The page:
Henry Aaron: 1934–2021

A personal memory of the all-time great.

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Henry Aaron, the greatest baseball player in history, died this morning at the age of 86. Because he played in an era in which baseball was a part of what it felt like to be an American, his impact on the sport extended far beyond baseball. America needed Hank Aaron (and Willie Mays and so many others) in ways that it still has not started to appreciate.

In baseball, his statistics will always be eye-popping: if one removes his 755 home runs from his hit total, he still had more than 3000 hits. That is only the beginning of his importance in baseball history. I caught a glimpse once of how he carried himself as a person, which for me has long represented some of the reasons he could have that impact on American society far beyond his baseball card stats. I’ll tell that brief story below.

On April 8, 1974, Aaron hit the 715th home run of his career in Atlanta in the fourth inning of a game against the Los Angeles Dodgers. He was a member of the Atlanta Braves and had been for two decades. His 715th homer broke a record for career home runs that had been set when Babe Ruth hit his final home run in 1935. (Aaron’s final record of 755 homers stood until 2007.)
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Pandemic Diary 8: The Flat Curve

I could never hit the curve. Also, as if consistent physical incompetence was to be sole consistency that nature would bestow on me, I could not throw the curve, either.

Never athletic anyway, the absence of athletic ability from the start of my life was not a factor in any life decisions. And now, disabled as I am, almost every physical activity qualifies as athletic. (I walk a couple of miles each day because I can and ought to.) But I wanted to be a baseball player …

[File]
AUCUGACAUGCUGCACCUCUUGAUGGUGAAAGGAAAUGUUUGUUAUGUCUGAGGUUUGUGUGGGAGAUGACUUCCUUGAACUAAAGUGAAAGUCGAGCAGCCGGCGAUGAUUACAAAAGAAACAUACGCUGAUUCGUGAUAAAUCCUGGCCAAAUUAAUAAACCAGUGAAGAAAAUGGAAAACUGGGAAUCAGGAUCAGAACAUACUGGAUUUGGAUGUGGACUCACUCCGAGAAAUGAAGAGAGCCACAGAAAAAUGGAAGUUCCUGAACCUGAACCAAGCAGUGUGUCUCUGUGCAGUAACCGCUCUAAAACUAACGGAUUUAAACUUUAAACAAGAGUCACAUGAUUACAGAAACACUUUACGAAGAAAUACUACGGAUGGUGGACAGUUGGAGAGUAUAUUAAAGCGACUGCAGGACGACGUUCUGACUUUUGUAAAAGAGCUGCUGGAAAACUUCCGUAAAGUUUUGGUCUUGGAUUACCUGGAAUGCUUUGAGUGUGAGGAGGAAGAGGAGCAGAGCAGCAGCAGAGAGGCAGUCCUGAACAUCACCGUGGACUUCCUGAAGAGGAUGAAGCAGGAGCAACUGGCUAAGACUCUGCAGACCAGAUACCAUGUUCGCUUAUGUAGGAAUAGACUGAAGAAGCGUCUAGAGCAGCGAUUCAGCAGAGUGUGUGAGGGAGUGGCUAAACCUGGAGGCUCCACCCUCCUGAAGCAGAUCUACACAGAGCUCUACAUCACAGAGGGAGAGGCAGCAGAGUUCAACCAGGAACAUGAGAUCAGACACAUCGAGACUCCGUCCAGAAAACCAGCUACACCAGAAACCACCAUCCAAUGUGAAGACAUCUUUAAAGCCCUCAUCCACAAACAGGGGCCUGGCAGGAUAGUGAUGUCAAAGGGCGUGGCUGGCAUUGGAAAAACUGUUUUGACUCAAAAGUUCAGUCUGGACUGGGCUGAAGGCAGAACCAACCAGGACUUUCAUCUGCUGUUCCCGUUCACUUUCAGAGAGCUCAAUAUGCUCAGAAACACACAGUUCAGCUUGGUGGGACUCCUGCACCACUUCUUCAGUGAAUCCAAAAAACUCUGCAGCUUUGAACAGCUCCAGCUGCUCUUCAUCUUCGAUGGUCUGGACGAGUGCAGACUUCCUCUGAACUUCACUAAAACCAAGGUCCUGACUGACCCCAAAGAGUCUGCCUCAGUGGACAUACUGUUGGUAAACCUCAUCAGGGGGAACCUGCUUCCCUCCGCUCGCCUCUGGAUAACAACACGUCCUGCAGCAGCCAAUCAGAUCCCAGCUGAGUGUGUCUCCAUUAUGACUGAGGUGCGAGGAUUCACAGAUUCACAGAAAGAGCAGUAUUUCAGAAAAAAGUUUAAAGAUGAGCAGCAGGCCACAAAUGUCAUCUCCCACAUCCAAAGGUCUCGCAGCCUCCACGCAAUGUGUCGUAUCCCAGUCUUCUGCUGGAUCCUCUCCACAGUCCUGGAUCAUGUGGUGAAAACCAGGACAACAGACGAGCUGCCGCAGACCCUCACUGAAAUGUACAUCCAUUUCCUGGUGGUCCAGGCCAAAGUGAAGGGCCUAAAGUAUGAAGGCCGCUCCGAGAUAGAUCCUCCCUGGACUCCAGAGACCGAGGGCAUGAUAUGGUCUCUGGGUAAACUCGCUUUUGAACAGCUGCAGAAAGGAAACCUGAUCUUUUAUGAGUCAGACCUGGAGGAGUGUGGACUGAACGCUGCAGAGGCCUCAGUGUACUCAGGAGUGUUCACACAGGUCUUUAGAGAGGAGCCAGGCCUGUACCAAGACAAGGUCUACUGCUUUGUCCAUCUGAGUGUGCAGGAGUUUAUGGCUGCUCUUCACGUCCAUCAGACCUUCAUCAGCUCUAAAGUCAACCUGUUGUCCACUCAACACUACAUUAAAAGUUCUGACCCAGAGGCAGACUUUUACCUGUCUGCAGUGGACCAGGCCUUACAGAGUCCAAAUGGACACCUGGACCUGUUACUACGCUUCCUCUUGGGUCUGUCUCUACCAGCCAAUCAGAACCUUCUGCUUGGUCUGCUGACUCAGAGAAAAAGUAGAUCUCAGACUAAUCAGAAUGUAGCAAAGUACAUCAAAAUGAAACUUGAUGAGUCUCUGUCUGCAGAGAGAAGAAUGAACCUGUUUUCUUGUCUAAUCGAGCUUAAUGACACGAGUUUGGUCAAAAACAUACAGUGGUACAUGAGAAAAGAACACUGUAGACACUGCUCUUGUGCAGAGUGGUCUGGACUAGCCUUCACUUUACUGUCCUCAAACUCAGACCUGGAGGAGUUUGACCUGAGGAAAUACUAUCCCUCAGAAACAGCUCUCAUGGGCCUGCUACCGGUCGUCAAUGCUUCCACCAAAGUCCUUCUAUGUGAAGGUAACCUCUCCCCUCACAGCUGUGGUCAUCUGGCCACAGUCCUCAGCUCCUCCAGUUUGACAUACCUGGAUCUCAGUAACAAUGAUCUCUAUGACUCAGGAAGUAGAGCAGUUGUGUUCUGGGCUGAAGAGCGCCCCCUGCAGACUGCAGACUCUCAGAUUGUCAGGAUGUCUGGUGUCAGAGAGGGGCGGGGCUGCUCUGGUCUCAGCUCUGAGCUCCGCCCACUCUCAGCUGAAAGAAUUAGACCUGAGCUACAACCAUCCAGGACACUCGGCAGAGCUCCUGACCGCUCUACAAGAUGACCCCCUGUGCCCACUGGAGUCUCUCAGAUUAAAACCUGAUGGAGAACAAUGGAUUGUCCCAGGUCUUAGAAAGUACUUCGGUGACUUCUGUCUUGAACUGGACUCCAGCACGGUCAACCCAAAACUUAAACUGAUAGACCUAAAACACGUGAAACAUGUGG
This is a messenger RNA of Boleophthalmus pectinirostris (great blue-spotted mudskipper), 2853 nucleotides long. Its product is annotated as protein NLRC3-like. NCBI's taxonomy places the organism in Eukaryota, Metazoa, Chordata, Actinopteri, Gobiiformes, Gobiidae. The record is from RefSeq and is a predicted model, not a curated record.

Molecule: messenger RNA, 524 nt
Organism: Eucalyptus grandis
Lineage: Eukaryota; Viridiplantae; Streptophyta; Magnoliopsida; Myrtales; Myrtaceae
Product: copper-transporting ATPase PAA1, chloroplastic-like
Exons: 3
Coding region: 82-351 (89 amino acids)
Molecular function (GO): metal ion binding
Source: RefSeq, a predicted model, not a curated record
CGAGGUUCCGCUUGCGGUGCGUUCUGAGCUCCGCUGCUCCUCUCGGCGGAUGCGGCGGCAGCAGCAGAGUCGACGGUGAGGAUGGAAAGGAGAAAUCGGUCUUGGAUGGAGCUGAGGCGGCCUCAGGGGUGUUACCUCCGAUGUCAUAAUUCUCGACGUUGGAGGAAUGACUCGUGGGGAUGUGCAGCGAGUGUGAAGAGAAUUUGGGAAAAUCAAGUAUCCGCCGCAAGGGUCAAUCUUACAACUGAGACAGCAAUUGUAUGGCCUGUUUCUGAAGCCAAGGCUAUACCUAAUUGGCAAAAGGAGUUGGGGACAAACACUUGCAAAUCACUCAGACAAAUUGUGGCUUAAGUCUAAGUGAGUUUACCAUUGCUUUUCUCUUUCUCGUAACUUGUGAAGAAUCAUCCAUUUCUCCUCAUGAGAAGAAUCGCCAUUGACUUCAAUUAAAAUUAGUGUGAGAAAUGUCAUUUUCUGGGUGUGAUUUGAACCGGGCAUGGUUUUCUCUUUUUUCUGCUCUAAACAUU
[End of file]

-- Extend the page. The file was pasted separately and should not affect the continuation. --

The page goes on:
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Pandemic Diary 7: Below Par

I golfed for about two decades, and all of that time spent in frustration yielded perhaps a total of two anecdotes. That’s my only low score in relation to that fiendish and addicting game.

(I am no one’s father, but the “dad jokes” are growing stronger as I age. Perhaps they are better thought of as “Jokes When You’re Fifty.”)

Golf is a frustration because it is perhaps the one human endeavor which a person whose expertise consists of watching quite successful professional golfers ply their trade on television plunk a ball on a tee, swing a club, hit the ball any distance, and grow angry when the results are not the same as what he or she has seen on television. And I shared in that frustration.

I do not watch tennis and think I can play like tennis players do. I know that if and when I ever perform at a karaoke night (this happened most recently about twenty-five years ago) that I will sound like what I am: a person who does not sing in a way that makes any one want to hear me sing again. But golf? Anyone can swing a golf club, and I’m anyone, aren’t I?
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